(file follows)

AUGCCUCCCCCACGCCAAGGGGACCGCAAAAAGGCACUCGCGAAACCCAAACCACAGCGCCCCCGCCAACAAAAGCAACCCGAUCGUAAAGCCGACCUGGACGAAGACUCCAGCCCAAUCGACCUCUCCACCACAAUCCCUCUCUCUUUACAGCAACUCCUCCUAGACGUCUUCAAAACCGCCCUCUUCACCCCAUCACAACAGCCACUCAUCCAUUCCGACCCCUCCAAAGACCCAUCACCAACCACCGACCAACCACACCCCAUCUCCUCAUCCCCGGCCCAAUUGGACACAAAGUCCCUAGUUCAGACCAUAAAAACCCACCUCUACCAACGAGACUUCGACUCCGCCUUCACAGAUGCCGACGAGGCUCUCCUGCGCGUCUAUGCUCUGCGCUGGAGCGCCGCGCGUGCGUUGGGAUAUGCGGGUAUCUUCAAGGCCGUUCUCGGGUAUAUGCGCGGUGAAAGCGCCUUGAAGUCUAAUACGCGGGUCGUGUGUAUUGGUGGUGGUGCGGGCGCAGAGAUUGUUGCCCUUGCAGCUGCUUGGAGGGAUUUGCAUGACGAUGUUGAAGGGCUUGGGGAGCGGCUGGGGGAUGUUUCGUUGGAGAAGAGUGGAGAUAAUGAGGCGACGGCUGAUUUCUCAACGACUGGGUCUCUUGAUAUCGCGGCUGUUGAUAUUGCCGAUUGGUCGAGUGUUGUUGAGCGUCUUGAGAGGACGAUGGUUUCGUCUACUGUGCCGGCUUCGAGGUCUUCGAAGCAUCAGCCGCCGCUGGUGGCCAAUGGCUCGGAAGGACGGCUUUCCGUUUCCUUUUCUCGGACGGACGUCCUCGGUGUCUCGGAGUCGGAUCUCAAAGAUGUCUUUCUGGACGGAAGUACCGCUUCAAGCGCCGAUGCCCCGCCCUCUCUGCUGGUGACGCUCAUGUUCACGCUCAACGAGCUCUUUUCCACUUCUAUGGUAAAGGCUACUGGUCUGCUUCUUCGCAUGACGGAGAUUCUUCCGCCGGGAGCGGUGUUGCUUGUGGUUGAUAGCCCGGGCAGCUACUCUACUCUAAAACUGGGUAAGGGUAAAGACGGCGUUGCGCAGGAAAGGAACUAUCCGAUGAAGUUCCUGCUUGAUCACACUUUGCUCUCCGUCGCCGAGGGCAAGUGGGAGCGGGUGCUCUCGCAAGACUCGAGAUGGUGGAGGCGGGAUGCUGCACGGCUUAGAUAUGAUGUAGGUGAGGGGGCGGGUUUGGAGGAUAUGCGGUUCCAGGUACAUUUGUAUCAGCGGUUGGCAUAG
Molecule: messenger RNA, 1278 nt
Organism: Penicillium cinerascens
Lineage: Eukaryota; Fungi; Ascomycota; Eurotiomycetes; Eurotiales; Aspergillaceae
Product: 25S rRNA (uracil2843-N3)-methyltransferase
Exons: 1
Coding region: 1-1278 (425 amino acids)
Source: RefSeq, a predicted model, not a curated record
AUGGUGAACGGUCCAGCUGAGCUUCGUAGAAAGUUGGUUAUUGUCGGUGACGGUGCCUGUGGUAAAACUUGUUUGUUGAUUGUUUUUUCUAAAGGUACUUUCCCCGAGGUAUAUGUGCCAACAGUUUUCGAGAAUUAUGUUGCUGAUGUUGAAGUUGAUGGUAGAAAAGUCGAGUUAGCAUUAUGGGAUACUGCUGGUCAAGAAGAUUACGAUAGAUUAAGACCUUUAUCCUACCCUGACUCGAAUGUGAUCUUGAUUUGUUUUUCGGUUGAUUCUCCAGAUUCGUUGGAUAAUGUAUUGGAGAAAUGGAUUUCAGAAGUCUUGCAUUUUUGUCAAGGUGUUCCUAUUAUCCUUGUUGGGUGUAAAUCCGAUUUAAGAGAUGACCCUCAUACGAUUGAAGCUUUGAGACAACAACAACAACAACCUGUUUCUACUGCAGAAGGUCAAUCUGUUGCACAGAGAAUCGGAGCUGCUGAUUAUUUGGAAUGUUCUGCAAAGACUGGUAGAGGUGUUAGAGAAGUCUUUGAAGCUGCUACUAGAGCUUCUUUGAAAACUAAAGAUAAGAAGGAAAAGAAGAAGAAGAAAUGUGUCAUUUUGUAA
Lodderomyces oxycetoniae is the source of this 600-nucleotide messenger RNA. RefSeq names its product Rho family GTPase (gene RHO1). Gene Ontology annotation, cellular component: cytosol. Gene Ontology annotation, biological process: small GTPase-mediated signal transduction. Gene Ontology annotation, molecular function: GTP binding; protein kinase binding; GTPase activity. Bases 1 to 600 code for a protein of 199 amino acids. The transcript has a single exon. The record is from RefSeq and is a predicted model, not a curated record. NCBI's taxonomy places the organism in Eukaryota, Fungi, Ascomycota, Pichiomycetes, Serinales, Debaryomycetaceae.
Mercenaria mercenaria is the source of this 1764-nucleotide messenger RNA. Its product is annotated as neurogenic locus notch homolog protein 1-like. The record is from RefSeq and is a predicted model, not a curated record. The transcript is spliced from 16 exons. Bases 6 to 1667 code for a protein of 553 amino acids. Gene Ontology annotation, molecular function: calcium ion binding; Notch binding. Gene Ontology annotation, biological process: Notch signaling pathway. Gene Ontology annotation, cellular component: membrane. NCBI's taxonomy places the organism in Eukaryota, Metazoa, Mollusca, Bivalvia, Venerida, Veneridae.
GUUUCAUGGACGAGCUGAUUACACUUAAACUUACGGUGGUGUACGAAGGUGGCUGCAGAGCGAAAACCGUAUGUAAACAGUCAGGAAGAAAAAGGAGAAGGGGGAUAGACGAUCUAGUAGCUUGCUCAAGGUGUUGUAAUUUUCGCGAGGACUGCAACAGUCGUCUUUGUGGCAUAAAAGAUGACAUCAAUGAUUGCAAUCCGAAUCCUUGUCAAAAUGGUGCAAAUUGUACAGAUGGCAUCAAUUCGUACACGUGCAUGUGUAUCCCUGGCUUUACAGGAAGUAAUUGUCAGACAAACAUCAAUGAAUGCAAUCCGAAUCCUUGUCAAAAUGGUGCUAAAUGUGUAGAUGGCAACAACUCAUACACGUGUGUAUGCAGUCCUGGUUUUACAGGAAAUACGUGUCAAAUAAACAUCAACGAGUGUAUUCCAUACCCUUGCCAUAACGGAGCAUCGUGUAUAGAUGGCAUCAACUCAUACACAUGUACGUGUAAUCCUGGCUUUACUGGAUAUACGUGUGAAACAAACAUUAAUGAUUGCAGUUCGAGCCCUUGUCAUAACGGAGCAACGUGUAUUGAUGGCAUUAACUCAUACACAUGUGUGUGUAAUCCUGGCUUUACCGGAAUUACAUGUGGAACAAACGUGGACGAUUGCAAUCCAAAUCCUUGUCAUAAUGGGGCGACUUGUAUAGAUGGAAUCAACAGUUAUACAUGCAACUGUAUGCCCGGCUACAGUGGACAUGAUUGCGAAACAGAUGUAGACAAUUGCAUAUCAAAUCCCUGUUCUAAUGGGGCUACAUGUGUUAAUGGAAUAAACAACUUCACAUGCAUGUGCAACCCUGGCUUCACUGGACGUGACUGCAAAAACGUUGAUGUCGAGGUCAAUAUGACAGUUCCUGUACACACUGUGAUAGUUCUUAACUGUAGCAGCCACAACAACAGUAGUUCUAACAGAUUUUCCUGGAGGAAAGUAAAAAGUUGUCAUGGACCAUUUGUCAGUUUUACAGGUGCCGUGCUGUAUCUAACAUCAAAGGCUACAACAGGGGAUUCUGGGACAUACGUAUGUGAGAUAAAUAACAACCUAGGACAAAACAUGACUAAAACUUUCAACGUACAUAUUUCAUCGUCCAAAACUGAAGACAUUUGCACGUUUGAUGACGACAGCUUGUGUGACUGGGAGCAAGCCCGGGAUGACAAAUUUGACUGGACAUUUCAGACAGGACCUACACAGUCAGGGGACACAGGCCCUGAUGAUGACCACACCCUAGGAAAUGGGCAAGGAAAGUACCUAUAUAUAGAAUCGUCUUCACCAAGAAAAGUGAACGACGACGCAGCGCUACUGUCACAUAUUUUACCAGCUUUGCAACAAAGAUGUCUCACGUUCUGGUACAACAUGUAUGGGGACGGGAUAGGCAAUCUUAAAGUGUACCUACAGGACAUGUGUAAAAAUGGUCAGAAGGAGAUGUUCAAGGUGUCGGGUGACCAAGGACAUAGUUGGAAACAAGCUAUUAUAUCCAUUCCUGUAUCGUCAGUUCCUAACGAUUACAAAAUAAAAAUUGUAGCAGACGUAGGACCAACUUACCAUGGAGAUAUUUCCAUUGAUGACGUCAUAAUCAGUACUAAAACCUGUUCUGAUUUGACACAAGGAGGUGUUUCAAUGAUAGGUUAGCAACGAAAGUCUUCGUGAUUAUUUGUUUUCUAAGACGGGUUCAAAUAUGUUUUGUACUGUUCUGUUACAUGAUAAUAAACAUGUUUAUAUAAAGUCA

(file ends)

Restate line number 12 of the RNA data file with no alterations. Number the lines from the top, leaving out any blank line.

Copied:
GUUUCAUGGACGAGCUGAUUACACUUAAACUUACGGUGGUGUACGAAGGUGGCUGCAGAGCGAAAACCGUAUGUAAACAGUCAGGAAGAAAAAGGAGAAGGGGGAUAGACGAUCUAGUAGCUUGCUCAAGGUGUUGUAAUUUUCGCGAGGACUGCAACAGUCGUCUUUGUGGCAUAAAAGAUGACAUCAAUGAUUGCAAUCCGAAUCCUUGUCAAAAUGGUGCAAAUUGUACAGAUGGCAUCAAUUCGUACACGUGCAUGUGUAUCCCUGGCUUUACAGGAAGUAAUUGUCAGACAAACAUCAAUGAAUGCAAUCCGAAUCCUUGUCAAAAUGGUGCUAAAUGUGUAGAUGGCAACAACUCAUACACGUGUGUAUGCAGUCCUGGUUUUACAGGAAAUACGUGUCAAAUAAACAUCAACGAGUGUAUUCCAUACCCUUGCCAUAACGGAGCAUCGUGUAUAGAUGGCAUCAACUCAUACACAUGUACGUGUAAUCCUGGCUUUACUGGAUAUACGUGUGAAACAAACAUUAAUGAUUGCAGUUCGAGCCCUUGUCAUAACGGAGCAACGUGUAUUGAUGGCAUUAACUCAUACACAUGUGUGUGUAAUCCUGGCUUUACCGGAAUUACAUGUGGAACAAACGUGGACGAUUGCAAUCCAAAUCCUUGUCAUAAUGGGGCGACUUGUAUAGAUGGAAUCAACAGUUAUACAUGCAACUGUAUGCCCGGCUACAGUGGACAUGAUUGCGAAACAGAUGUAGACAAUUGCAUAUCAAAUCCCUGUUCUAAUGGGGCUACAUGUGUUAAUGGAAUAAACAACUUCACAUGCAUGUGCAACCCUGGCUUCACUGGACGUGACUGCAAAAACGUUGAUGUCGAGGUCAAUAUGACAGUUCCUGUACACACUGUGAUAGUUCUUAACUGUAGCAGCCACAACAACAGUAGUUCUAACAGAUUUUCCUGGAGGAAAGUAAAAAGUUGUCAUGGACCAUUUGUCAGUUUUACAGGUGCCGUGCUGUAUCUAACAUCAAAGGCUACAACAGGGGAUUCUGGGACAUACGUAUGUGAGAUAAAUAACAACCUAGGACAAAACAUGACUAAAACUUUCAACGUACAUAUUUCAUCGUCCAAAACUGAAGACAUUUGCACGUUUGAUGACGACAGCUUGUGUGACUGGGAGCAAGCCCGGGAUGACAAAUUUGACUGGACAUUUCAGACAGGACCUACACAGUCAGGGGACACAGGCCCUGAUGAUGACCACACCCUAGGAAAUGGGCAAGGAAAGUACCUAUAUAUAGAAUCGUCUUCACCAAGAAAAGUGAACGACGACGCAGCGCUACUGUCACAUAUUUUACCAGCUUUGCAACAAAGAUGUCUCACGUUCUGGUACAACAUGUAUGGGGACGGGAUAGGCAAUCUUAAAGUGUACCUACAGGACAUGUGUAAAAAUGGUCAGAAGGAGAUGUUCAAGGUGUCGGGUGACCAAGGACAUAGUUGGAAACAAGCUAUUAUAUCCAUUCCUGUAUCGUCAGUUCCUAACGAUUACAAAAUAAAAAUUGUAGCAGACGUAGGACCAACUUACCAUGGAGAUAUUUCCAUUGAUGACGUCAUAAUCAGUACUAAAACCUGUUCUGAUUUGACACAAGGAGGUGUUUCAAUGAUAGGUUAGCAACGAAAGUCUUCGUGAUUAUUUGUUUUCUAAGACGGGUUCAAAUAUGUUUUGUACUGUUCUGUUACAUGAUAAUAAACAUGUUUAUAUAAAGUCA